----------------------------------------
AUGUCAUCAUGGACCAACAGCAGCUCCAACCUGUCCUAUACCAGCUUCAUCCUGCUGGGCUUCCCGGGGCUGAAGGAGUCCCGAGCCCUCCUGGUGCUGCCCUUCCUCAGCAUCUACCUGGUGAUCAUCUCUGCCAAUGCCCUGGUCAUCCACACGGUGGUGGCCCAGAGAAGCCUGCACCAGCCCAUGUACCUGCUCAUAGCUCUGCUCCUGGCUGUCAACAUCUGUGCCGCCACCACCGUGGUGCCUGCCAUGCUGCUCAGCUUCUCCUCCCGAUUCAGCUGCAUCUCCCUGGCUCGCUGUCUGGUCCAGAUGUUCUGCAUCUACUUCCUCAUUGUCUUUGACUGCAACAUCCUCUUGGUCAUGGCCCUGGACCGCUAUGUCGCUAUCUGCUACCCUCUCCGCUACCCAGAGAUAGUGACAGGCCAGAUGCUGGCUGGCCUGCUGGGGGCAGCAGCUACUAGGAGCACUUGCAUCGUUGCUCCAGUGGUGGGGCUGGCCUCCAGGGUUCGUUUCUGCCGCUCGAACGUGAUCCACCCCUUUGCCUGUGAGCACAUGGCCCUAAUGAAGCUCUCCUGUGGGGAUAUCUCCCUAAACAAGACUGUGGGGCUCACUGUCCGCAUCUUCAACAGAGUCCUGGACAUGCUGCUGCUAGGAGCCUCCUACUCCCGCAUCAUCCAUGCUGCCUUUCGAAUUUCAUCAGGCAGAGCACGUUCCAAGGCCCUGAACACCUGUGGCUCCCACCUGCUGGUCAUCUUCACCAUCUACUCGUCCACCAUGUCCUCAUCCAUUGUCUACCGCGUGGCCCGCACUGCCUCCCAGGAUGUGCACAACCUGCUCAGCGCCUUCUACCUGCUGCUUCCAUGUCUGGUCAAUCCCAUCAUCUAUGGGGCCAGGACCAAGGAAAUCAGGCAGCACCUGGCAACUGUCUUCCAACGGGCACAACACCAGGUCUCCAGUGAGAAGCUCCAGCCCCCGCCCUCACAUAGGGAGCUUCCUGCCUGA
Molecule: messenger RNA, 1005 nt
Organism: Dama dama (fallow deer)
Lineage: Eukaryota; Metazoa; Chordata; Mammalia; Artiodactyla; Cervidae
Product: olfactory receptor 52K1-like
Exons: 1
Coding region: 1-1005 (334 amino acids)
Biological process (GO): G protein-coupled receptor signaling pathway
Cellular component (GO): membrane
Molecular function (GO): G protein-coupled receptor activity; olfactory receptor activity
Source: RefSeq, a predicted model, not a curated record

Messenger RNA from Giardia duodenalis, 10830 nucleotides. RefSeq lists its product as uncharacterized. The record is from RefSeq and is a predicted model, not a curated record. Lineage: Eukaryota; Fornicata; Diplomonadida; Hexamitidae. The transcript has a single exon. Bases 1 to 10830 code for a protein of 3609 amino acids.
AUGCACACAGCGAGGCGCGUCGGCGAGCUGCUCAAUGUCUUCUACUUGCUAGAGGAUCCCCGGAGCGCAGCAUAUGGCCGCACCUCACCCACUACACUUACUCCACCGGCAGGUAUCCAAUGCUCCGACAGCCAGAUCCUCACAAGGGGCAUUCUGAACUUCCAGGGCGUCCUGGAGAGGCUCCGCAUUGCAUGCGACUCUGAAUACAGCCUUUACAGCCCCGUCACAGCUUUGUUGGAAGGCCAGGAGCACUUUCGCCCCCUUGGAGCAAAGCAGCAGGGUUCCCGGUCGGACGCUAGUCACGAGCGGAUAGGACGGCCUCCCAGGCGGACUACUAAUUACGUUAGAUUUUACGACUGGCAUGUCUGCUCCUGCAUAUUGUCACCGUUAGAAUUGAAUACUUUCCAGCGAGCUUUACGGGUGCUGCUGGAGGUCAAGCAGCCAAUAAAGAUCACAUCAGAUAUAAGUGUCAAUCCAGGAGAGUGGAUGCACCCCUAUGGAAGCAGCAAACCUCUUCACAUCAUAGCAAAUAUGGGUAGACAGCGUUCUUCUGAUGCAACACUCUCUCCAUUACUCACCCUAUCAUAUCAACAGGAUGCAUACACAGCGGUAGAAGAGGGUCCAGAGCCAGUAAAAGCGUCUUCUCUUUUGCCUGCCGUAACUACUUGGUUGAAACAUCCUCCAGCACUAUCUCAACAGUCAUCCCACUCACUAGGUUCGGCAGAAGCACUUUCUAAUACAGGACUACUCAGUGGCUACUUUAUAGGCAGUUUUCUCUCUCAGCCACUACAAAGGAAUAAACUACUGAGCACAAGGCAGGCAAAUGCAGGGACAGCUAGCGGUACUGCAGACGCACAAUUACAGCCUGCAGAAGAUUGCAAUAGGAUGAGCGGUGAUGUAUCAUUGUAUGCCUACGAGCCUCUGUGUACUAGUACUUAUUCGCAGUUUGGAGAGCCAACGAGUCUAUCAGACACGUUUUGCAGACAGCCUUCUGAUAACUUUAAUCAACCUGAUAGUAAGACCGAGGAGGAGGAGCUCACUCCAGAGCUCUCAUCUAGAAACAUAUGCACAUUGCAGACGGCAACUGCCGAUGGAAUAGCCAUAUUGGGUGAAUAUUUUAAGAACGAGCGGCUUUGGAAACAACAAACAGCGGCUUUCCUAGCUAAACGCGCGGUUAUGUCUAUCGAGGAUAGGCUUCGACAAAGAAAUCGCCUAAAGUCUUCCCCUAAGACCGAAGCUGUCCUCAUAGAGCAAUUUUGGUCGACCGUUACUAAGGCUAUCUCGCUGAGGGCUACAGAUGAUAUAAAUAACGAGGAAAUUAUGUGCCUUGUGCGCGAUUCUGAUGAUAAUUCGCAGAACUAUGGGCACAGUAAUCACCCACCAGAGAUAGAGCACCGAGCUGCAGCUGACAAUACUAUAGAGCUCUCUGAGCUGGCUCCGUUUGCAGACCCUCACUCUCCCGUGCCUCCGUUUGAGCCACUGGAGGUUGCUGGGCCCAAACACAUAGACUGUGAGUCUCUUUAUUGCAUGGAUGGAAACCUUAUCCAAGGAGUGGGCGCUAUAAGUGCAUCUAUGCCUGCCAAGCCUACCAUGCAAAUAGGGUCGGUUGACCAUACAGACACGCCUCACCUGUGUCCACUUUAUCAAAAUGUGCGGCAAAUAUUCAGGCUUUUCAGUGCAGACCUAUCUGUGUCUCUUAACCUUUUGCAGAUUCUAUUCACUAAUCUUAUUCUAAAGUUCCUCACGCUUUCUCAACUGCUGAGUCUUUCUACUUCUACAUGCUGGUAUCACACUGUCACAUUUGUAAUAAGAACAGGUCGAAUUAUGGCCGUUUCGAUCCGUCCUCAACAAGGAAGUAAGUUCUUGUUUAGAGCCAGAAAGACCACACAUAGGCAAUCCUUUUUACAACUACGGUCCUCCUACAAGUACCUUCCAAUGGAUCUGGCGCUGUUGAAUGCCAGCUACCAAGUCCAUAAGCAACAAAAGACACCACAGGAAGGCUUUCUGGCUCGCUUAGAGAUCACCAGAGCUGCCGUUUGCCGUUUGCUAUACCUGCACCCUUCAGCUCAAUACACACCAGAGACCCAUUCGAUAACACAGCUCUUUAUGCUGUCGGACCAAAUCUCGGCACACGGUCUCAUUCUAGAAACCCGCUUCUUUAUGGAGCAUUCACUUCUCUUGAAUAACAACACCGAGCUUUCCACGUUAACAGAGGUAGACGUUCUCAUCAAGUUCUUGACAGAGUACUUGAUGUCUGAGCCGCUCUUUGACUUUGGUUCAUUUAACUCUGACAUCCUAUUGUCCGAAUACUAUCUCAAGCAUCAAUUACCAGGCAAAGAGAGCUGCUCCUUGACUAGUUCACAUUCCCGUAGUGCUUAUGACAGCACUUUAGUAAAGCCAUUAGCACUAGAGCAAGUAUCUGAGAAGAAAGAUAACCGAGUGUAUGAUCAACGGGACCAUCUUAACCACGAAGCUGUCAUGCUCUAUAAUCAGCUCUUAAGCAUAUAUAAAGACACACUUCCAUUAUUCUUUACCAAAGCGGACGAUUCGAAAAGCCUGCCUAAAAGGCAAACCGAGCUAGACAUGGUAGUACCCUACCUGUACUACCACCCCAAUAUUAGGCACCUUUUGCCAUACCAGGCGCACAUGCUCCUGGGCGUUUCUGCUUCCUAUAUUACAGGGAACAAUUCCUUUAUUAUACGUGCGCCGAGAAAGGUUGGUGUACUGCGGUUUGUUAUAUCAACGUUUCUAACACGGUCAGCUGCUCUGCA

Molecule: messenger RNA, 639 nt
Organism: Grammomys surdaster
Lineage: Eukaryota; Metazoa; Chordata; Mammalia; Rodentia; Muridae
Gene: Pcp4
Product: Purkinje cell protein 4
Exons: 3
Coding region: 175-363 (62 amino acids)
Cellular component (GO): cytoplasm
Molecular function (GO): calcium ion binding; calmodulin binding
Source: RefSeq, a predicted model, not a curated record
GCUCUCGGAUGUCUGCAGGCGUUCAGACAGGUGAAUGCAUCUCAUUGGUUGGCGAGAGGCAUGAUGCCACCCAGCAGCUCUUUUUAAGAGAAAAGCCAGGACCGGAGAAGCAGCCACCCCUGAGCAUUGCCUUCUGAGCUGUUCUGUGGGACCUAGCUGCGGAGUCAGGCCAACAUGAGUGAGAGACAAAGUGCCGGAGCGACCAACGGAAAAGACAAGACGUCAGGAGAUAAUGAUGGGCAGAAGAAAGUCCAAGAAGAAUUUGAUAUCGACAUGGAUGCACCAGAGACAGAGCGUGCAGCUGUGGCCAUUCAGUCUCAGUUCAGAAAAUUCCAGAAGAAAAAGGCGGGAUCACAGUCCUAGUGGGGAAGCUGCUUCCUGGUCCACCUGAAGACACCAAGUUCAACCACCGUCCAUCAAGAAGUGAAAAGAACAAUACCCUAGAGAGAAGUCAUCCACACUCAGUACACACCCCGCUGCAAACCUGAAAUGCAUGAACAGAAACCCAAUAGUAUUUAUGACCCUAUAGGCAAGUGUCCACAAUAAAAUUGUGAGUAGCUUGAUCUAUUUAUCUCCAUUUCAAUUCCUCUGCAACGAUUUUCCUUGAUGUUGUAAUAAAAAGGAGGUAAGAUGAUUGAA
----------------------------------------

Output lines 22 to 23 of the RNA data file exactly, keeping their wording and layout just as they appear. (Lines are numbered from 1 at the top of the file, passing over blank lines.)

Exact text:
Molecular function (GO): calcium ion binding; calmodulin binding
Source: RefSeq, a predicted model, not a curated record